9 January 2020
After a few years spent on the drawing board, the US military has demonstrated tangible progress in trying to translate its novel concept of “Joint All-Domain Command and Control” (JADC2) into operational reality. During a 3-day exercise that took place in mid-December 2019 at the Eglin Air Force Base in Florida, the US Air Force, Navy, and Army jointly tested the Air Force’s Advanced Battle Management System (ABMS) to strengthen the joint force’s capacity to conduct Multi-Domain Operations (MDO) across the sea, land, air, space, and cyber domains. The exercise featured a combined forces comprising of ground personnel, Long Range Precision Fires (LRPF), a Sentinel radar, a naval destroyer and aircraft carrier, and fighter jets reacting to a simulated enemy cruise missile aimed at the US homeland (Bousie and Pope 2019).
Mirroring the “Internet of Things” in the commercial sector, the heart of the ABMS is a common data architecture consisting of conventional and unconventional assets that enable a variety of cross-domain capabilities and devices to be seamlessly plugged in order to accelerate the military’s operational tempo at a rate that enemy forces cannot keep up with. This networked capacity reduces the amount of time it takes for friendly forces to receive, fuse, and act upon a wide range of data and information from different battle domains (Bousie and Pope 2019). During the exercise, a potential cruise missile was detected by QF-16s. Subsequently, through the use of new software, communications equipment, and a “mesh” network, the threat information was passed on to a US navy destroyer deployed in the Gulf of Mexico (Bousie and Pope 2019). In addition, the same information was relayed to a pair of F-35s and another pair F-22s, as well as commanders at Eglin and an Army unit equipped with a mobile missile launcher (Bousie and Pope 2019).
While the demo provided senior military leaders with the necessary lessons learned and insights into current capability gaps in cross-domain data connectivity, there is still a considerable way to go before the ABMS can fully enable the US military to simultaneously receive and share real-time battle information across multiple spaces and platforms over the decades to come. The first major roadblock appears to be fleshing out more detailed requirements for the envisioned system. According to a US Government Accountability Office report entitled “Observations on the F-35 and Air Force’s Advanced Battle Management System” that was released in May 2019, “the capabilities and the strategy to deliver those capabilities are still to be determined” (US Government Accountability Office, 2019). Although the Air Force has sought to bring more definitional clarity to the ABMS by the summer of 2019 through an Analysis of Alternatives – an evaluation of the operational suitability and effectiveness, as well as the estimated costs of alternative systems to address a capability need in the US military – it was reported in December that congressional leaders still appeared to be waiting for the final report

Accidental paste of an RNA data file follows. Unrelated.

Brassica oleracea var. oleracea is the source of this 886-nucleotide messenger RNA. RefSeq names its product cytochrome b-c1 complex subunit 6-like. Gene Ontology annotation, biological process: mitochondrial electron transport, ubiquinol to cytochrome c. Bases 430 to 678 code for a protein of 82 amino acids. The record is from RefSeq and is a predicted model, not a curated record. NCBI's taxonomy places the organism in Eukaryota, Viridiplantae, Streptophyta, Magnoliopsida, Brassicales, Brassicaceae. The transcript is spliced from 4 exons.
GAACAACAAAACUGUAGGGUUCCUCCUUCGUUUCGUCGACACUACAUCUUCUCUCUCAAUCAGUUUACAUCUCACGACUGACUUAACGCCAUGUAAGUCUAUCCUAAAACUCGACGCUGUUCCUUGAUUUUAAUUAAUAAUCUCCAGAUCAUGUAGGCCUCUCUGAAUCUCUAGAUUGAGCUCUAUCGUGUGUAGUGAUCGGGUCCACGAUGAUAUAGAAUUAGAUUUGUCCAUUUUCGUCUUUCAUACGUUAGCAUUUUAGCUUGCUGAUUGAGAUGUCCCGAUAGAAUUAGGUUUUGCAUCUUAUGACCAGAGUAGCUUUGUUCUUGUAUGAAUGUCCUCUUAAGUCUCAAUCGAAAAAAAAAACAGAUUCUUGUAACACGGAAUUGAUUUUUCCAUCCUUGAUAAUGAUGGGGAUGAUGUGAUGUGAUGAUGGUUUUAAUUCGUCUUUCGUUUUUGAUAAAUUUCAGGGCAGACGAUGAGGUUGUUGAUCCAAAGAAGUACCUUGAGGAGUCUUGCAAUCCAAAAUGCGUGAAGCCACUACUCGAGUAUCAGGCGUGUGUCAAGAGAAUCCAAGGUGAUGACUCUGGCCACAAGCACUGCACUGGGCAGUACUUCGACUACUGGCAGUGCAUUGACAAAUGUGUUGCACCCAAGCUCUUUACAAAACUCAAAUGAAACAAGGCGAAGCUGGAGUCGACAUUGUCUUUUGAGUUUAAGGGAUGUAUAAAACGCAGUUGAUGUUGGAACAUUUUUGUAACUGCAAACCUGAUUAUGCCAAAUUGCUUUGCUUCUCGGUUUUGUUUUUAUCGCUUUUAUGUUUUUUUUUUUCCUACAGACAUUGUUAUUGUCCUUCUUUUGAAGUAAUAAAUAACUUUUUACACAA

On a larger scale, developing the ABMS would require the military to embark on an extremely complex and take on significant financial risks in creating a failsafe system that can pull in data from disaggregated sensors and distribute them to a wider-range of units. Critics of the ABMS have already pointed out the Air Force’s previous setbacks in trying to connect different systems within its own service. For instance, the Department of Defene decided to pull the plug on the previous $7 billion Joint Surveillance Target Radar System (JSTAR) Recapitalization Program, which was intended to provide surveillance and information on moving ground targets. A number of senior air force officials were not convinced that JSTARS or a JSTARS-spin off would be able to effectively close the kill chain (i.e. information collection, fusion, and distribution) in a highly contested battlespace (Daniels, 2018). According to General Mike Holmes, the commander of the Air Combat Command, “Our conclusion is, that none of the systems that were fielded now, including our current JSTARS or a replacement JSTARS, would give us the capability to do that” (Daniels, 2018).